Canal Stenosis is a spinal condition that can affect one or more spinal nerve roots. It is a variation of spinal stenosis that solely affects the central vertebral canal. The central vertebral canal is known to secure the spinal column and when stenosis occurs, the canal begins to narrow due to excess bone growth from aging. This condition is not uncommon amongst men and women over the age of 50. However, younger individuals may inherit this condition if they were born with a narrow spinal canal. Canal Stenosis is often associated with degenerative disc disease in more mature patients.
Causes of Canal Stenosis
There are a variety of causes of canal stenosis, and a number of factors can play a role in spinal degenerative conditions. As we age, our bodies begin to develop degenerative conditions in our spines; such as osteoarthritis, bone spurs and herniated/bulging discs. Other causes of canal stenosis include tumors of the spine, traumatic spinal injuries, diseases and congenital conditions.
Symptoms of Canal Stenosis
Symptoms of Canal Stenosis can range from mild to severe and may include:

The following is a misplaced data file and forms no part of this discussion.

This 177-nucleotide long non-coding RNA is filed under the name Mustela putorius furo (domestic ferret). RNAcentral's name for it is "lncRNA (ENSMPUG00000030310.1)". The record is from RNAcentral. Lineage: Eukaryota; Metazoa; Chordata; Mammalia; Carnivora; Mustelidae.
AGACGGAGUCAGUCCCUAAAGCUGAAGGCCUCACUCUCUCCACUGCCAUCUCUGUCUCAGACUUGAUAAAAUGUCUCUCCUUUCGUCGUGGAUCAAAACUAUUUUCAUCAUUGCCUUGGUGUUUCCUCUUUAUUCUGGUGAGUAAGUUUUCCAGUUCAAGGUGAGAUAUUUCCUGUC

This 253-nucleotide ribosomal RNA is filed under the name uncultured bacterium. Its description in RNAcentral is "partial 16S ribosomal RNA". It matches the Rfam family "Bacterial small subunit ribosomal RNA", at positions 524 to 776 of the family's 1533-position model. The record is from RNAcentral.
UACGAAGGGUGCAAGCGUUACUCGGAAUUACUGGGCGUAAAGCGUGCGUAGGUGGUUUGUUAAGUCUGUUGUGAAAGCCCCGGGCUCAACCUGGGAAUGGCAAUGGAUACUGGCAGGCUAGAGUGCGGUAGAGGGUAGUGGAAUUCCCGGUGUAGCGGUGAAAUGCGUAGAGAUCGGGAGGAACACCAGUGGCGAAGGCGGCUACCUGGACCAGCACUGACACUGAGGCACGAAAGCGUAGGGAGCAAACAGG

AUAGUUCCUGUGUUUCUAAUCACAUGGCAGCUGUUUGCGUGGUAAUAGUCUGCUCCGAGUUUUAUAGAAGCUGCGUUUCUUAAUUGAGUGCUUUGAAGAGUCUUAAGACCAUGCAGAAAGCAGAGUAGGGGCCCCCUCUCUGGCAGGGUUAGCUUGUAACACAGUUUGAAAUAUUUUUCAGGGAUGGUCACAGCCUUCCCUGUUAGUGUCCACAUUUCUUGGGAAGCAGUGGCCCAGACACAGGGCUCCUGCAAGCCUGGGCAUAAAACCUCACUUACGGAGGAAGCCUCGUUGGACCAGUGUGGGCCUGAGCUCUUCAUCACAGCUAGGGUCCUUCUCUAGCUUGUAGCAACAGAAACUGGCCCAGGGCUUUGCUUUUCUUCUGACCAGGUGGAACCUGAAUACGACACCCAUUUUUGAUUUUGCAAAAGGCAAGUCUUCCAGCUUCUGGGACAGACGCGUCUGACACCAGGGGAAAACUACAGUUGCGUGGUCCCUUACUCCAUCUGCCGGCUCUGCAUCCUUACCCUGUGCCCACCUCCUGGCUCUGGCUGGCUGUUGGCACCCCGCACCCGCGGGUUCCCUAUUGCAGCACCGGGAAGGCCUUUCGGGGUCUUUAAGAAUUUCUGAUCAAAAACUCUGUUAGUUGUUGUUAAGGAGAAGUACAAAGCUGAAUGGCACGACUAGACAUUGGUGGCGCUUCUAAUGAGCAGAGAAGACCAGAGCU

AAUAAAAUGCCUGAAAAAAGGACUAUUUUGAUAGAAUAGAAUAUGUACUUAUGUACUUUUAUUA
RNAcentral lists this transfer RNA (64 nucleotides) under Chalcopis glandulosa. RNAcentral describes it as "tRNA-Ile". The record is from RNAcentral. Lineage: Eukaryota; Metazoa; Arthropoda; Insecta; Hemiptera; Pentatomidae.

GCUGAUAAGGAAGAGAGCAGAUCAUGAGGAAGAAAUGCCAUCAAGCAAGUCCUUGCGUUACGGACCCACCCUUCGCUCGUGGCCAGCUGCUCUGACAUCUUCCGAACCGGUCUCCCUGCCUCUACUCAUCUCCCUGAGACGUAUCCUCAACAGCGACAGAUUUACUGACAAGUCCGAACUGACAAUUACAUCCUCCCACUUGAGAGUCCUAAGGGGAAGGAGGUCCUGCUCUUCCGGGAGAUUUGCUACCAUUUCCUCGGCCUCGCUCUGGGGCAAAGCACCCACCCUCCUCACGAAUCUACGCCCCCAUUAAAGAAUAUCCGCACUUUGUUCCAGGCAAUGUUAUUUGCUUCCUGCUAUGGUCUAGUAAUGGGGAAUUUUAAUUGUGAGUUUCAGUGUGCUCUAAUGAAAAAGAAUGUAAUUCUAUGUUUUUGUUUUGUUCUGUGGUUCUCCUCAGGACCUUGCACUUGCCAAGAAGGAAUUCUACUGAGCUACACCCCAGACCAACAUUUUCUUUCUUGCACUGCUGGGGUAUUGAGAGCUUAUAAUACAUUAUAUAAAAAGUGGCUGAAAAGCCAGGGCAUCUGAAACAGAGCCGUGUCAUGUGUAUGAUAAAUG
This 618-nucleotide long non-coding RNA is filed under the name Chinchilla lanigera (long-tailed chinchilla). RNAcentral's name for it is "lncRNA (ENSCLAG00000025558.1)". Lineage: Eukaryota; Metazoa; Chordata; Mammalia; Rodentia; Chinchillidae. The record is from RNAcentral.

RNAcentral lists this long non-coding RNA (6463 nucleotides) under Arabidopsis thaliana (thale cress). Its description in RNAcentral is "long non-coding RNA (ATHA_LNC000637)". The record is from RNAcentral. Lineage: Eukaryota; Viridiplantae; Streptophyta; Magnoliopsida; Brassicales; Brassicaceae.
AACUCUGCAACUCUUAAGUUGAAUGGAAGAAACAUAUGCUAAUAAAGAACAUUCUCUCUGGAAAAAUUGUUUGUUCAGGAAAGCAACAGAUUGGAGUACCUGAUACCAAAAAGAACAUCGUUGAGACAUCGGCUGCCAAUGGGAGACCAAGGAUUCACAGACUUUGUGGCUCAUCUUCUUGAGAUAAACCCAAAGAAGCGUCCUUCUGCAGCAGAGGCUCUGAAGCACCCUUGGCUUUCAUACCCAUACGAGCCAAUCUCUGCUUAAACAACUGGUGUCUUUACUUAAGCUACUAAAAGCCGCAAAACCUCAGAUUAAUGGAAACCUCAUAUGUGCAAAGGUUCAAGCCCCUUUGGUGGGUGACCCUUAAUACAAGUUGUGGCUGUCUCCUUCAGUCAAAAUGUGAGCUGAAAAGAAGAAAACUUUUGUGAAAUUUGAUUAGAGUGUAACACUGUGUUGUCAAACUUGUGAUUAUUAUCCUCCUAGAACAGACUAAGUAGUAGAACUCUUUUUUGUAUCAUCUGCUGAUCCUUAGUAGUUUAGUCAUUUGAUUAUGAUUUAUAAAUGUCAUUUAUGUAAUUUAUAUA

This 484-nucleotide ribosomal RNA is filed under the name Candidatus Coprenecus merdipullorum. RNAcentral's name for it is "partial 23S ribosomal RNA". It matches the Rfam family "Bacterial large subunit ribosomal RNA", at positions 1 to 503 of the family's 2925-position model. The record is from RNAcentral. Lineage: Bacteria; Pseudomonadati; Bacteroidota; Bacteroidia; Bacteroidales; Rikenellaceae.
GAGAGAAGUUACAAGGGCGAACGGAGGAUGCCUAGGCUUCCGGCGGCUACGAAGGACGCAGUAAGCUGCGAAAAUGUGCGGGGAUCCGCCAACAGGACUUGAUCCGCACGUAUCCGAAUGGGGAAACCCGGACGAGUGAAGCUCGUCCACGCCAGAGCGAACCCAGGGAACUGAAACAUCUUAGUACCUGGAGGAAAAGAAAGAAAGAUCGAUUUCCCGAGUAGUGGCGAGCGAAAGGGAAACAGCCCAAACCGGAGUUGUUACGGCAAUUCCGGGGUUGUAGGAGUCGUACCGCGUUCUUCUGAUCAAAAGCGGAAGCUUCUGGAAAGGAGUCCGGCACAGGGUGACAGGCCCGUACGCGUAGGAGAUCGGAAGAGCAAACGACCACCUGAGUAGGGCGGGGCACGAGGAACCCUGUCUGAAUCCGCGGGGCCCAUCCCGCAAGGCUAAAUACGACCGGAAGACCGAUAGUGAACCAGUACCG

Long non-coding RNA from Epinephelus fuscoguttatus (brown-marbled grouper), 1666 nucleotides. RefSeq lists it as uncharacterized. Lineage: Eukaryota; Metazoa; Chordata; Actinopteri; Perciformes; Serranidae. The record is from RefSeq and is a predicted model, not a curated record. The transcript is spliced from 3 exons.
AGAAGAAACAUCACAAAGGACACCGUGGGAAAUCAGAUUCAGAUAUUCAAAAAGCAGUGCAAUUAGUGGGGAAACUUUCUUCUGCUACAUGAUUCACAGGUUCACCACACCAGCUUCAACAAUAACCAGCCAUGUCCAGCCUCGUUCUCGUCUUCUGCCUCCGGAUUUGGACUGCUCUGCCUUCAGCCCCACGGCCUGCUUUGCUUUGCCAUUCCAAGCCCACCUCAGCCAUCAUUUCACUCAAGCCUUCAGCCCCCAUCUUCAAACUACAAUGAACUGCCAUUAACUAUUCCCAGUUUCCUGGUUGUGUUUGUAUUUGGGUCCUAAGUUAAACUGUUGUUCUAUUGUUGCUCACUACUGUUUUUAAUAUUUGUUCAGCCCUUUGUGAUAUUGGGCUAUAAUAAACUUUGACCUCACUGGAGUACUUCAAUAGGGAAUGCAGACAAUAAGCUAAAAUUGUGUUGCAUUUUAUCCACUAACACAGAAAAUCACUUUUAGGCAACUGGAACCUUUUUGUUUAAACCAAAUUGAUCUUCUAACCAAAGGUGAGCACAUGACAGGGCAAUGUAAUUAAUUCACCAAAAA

• Pain in neck, upper back or lower back
• Numbness, weakness, cramping or pain in arms or legs
• Burning sensations
• Tingling and “pins and needles” feelings in the arms or legs
Treatment of Canal Stenosis
To first asses the patient’s condition, the physician will first review the medical history and employ physical examinations for the patient. Imaging testing will also be helpful to confirm the diagnosis, such as X-rays, MRIs and CT-scans. Care for patients with canal stenosis usually consists of conservative treatment and minimally invasive options, including physical therapy, pain medications, hot/cold therapy, rest and epidural and steroidal injections. In severe cases, surgical interventions may be recommended.